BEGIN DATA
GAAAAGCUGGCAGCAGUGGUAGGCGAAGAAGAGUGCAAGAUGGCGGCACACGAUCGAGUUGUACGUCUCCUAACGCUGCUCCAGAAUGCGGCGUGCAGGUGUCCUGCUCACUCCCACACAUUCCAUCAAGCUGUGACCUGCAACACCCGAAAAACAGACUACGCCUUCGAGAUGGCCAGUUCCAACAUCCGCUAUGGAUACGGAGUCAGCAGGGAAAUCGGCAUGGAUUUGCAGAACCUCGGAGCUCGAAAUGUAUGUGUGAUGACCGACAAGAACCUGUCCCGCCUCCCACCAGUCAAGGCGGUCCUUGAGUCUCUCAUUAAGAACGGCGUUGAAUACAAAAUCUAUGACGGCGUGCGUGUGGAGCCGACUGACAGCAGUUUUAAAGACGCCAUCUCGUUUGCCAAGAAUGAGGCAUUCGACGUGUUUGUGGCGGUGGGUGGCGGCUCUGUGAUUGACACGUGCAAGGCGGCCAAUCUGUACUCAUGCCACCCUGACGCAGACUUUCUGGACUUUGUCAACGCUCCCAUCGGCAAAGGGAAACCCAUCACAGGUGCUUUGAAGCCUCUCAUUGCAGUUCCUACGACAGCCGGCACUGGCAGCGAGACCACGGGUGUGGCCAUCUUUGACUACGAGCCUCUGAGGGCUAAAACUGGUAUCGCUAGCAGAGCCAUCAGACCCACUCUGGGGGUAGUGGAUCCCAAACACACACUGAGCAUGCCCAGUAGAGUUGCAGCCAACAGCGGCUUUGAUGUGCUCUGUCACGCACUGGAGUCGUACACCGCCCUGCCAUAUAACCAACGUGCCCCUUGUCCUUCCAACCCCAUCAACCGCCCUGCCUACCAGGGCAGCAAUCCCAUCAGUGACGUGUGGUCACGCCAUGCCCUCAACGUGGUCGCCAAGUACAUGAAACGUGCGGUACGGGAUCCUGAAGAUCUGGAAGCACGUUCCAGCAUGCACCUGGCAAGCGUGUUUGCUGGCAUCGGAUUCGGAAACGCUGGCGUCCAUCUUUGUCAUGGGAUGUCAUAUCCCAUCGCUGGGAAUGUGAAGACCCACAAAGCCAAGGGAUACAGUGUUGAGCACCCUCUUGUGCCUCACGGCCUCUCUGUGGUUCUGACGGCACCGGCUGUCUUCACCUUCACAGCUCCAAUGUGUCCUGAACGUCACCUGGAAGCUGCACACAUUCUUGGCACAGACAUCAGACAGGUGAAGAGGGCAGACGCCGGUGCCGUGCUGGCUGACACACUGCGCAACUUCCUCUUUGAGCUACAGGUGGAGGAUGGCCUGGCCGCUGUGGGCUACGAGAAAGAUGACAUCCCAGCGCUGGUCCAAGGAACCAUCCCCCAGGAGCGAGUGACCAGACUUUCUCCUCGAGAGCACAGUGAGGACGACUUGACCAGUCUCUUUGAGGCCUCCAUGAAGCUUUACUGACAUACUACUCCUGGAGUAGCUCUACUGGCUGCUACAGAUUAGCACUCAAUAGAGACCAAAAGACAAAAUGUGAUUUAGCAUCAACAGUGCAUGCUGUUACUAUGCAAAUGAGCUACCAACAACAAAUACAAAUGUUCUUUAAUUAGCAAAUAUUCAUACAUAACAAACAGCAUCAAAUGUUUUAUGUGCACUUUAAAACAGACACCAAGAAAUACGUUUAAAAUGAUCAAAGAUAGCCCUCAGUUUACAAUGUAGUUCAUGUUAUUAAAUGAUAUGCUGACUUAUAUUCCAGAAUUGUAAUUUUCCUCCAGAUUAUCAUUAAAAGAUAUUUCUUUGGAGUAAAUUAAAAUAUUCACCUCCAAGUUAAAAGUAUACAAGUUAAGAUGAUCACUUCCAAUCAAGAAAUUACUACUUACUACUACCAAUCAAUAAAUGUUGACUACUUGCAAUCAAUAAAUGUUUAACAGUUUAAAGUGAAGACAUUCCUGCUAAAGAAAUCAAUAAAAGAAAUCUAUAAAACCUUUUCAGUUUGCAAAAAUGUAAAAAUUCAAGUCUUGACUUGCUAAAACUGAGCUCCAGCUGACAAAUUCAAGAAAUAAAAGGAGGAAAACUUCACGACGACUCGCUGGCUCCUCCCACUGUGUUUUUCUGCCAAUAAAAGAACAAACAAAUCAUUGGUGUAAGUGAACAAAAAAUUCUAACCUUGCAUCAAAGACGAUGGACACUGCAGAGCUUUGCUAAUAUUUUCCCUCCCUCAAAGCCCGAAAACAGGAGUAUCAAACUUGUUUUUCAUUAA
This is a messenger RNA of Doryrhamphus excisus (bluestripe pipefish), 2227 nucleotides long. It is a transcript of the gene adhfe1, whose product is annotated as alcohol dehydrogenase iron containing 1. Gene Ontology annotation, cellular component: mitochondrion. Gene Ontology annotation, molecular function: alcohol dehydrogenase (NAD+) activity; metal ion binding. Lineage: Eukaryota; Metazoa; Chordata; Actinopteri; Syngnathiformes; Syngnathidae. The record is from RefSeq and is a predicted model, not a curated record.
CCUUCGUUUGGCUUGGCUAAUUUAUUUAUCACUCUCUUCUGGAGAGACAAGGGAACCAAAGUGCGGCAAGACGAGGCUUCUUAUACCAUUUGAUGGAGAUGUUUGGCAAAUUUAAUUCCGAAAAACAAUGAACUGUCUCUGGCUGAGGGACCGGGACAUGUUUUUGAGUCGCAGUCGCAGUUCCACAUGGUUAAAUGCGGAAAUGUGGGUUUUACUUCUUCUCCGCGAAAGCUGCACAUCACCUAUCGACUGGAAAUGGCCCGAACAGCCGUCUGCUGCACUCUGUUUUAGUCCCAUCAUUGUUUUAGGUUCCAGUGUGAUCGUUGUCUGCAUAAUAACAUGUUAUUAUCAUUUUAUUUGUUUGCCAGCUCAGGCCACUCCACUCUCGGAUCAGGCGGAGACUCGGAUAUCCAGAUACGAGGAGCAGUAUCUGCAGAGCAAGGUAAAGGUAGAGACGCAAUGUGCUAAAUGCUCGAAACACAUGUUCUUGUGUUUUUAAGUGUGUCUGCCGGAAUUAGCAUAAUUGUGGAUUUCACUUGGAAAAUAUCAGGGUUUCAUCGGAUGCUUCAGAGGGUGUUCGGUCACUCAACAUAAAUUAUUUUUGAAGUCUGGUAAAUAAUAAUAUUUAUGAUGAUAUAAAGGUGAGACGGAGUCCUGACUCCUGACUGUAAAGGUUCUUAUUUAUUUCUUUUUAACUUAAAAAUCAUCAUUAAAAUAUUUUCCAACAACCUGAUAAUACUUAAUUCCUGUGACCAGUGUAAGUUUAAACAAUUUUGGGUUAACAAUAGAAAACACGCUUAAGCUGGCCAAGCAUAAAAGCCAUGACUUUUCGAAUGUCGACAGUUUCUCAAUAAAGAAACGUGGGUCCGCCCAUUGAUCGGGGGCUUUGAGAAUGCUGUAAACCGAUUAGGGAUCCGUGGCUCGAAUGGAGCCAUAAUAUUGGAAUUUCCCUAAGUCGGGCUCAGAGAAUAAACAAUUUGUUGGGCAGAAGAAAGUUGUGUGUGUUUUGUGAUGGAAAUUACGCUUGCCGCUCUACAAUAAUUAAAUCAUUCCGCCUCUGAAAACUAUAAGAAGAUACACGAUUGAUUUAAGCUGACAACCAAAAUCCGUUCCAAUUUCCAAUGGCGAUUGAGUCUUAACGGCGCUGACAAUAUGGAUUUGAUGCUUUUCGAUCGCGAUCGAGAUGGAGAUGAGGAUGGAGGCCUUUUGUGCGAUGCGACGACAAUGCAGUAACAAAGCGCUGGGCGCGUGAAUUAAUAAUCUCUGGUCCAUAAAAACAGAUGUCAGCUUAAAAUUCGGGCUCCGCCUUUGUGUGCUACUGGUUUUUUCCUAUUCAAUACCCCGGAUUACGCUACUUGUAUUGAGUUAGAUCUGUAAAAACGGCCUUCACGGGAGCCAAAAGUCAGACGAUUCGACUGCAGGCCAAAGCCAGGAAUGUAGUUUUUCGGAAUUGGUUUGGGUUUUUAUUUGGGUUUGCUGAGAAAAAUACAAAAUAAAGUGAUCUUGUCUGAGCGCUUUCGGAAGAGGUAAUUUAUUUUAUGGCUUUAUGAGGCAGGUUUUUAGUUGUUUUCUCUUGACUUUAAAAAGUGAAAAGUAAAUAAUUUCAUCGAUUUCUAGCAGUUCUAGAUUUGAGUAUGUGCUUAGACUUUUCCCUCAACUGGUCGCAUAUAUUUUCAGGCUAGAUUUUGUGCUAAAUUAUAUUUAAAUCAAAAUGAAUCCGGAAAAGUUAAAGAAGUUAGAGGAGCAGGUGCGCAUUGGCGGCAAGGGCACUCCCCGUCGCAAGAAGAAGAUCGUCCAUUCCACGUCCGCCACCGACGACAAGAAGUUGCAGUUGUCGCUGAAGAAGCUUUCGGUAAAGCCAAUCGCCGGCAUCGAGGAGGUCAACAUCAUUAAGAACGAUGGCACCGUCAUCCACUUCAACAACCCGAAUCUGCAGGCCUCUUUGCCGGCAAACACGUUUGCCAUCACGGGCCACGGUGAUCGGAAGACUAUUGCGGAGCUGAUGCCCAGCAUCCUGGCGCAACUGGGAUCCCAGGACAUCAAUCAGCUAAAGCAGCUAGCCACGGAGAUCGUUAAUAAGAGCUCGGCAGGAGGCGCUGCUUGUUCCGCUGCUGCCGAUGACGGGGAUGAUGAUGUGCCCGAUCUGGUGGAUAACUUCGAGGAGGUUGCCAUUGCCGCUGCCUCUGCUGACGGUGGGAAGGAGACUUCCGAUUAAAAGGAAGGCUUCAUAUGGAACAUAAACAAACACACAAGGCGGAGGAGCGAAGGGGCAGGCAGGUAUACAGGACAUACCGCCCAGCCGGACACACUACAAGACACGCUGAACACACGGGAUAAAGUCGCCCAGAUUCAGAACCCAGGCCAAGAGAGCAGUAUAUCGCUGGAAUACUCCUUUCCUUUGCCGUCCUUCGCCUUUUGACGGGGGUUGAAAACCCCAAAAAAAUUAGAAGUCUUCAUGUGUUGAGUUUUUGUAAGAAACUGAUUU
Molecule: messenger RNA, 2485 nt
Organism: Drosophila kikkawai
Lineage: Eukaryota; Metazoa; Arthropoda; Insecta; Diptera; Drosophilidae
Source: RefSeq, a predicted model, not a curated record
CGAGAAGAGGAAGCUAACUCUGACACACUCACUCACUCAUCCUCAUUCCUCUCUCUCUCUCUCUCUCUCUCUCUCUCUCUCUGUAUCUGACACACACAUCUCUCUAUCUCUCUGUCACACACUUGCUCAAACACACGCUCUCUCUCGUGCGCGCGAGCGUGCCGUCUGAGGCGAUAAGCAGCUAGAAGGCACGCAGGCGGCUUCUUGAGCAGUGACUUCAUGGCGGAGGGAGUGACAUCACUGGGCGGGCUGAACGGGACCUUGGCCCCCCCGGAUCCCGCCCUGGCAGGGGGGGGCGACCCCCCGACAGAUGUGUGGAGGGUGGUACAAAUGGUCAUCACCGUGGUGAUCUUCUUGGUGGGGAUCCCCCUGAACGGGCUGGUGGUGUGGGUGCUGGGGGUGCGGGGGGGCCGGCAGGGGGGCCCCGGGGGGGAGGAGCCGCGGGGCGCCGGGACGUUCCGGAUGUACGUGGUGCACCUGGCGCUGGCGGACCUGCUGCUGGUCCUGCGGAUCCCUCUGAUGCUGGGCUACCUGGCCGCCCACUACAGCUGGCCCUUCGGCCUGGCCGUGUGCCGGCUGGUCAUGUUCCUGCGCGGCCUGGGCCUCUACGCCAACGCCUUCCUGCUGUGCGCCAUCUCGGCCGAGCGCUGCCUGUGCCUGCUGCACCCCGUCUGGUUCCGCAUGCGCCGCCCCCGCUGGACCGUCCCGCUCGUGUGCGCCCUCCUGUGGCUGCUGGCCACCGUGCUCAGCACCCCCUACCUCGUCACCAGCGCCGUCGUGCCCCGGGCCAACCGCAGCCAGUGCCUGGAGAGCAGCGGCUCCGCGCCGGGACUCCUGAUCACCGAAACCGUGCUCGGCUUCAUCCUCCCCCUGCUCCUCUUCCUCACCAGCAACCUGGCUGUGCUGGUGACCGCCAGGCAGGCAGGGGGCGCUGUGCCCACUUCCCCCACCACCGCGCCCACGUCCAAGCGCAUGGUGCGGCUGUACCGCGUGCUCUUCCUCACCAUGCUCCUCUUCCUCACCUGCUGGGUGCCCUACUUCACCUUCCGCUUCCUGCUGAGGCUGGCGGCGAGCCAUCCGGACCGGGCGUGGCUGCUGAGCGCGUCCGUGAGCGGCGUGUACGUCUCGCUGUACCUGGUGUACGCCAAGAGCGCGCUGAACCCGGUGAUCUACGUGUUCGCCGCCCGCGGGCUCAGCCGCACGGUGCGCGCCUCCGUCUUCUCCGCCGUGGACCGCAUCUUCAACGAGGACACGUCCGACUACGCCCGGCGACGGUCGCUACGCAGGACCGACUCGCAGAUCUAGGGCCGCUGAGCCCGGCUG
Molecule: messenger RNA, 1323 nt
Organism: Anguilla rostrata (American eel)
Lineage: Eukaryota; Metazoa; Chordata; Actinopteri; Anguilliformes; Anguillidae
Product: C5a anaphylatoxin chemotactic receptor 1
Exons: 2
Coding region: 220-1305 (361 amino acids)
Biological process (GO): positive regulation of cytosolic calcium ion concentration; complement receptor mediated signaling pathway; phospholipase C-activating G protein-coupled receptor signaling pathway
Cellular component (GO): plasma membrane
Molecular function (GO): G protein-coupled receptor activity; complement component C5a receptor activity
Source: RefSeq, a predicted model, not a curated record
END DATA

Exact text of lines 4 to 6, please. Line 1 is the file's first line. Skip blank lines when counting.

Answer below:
Molecule: messenger RNA, 2485 nt
Organism: Drosophila kikkawai
Lineage: Eukaryota; Metazoa; Arthropoda; Insecta; Diptera; Drosophilidae